PHILIPSBURG, Sint Maarten — Together with researchers from the IMARES Institute of Wagening University and members of the Dutch Elasmobranch Society the St. Maarten Nature Foundation placed a sound transmitter tag on sharks in the Man of War Shoal Marine Park last Saturday. The research will help to determine the migration pattern of sharks in the territorial waters of Sint Maarten.
“This research is very important in order to determine the movement pattern of sharks in our territorial waters. We will now learn where sharks frequent, where they swim to to feed and if they swim to neighboring islands which is important for us to know given recent incidents regarding sharks being killed on neighboring islands,” commented Tadzio Bervoets of the Nature Foundation.
The research, which is being conducted under the Save our Sharks Project of the Dutch Caribbean Nature Alliance, is part of a three year study where sharks and their importance to the ecosystem is being studied; “Sharks are some of the most misunderstood and maligned creatures on the planet. They are also some of the most important animals in the ocean food chain and keep the sea in balance. Over the last decade we have lost almost 99% of sharks on a global scale as well as on St. Maarten and they are now some of the most endangered animals on the planet. Through this project of the Dutch Caribbean Nature Alliance, of which the Sint Maarten Nature Foundation is a part, we hope to change that through science and education,” continued Bervoets.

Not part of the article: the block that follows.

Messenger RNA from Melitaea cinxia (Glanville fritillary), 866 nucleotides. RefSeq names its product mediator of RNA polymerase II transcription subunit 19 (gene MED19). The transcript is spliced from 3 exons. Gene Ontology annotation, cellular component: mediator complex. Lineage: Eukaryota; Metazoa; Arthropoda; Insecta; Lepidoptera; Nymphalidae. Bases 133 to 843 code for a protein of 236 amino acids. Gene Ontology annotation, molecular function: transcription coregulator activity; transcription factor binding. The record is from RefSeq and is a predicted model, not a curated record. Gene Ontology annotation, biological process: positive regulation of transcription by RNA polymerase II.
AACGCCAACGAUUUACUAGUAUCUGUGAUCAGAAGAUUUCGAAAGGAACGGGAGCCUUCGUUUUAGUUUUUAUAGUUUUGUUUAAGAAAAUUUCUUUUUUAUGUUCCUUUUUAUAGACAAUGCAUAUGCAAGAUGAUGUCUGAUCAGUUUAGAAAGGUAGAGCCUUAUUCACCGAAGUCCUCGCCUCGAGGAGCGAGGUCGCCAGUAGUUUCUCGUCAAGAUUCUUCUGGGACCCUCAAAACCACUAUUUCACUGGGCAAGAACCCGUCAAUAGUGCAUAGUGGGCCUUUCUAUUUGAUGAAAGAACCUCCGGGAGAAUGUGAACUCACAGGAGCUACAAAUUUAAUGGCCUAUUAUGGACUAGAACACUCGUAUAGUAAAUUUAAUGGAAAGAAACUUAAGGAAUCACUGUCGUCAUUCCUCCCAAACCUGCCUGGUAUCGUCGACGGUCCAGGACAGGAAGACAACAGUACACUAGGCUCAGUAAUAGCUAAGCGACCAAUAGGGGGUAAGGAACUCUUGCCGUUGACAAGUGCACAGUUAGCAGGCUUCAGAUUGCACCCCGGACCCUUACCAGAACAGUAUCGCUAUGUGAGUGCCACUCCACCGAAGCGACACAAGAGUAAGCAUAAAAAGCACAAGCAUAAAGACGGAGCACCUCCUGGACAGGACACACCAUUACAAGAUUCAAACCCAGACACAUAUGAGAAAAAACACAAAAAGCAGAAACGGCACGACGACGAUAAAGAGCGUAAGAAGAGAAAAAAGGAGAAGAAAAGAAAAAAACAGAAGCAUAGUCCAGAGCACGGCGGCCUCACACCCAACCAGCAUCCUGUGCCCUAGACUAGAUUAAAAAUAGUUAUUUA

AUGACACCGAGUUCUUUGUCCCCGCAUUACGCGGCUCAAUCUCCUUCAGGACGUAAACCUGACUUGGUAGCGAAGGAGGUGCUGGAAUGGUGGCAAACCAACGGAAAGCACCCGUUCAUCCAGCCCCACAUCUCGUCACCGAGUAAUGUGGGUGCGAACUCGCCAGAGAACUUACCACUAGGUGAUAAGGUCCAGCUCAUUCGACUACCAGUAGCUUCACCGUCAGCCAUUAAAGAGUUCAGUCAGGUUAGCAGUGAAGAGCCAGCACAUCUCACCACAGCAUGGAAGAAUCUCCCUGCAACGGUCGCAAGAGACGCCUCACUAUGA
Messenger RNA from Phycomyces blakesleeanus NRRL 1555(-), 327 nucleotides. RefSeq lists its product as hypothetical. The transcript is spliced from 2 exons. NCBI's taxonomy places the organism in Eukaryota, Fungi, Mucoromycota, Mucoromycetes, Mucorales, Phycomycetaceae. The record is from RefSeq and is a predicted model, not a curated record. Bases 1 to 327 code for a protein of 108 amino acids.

The research is being carried out by Shark Acoustic Expert Dr. Erwin Winter of the IMARES institute of Wageningen University in the Netherlands. Similar research will be carried out in St. Eustatius, Saba and the Saba Bank.
Caption: Nurse Shark being measured and tagged in the Marine Park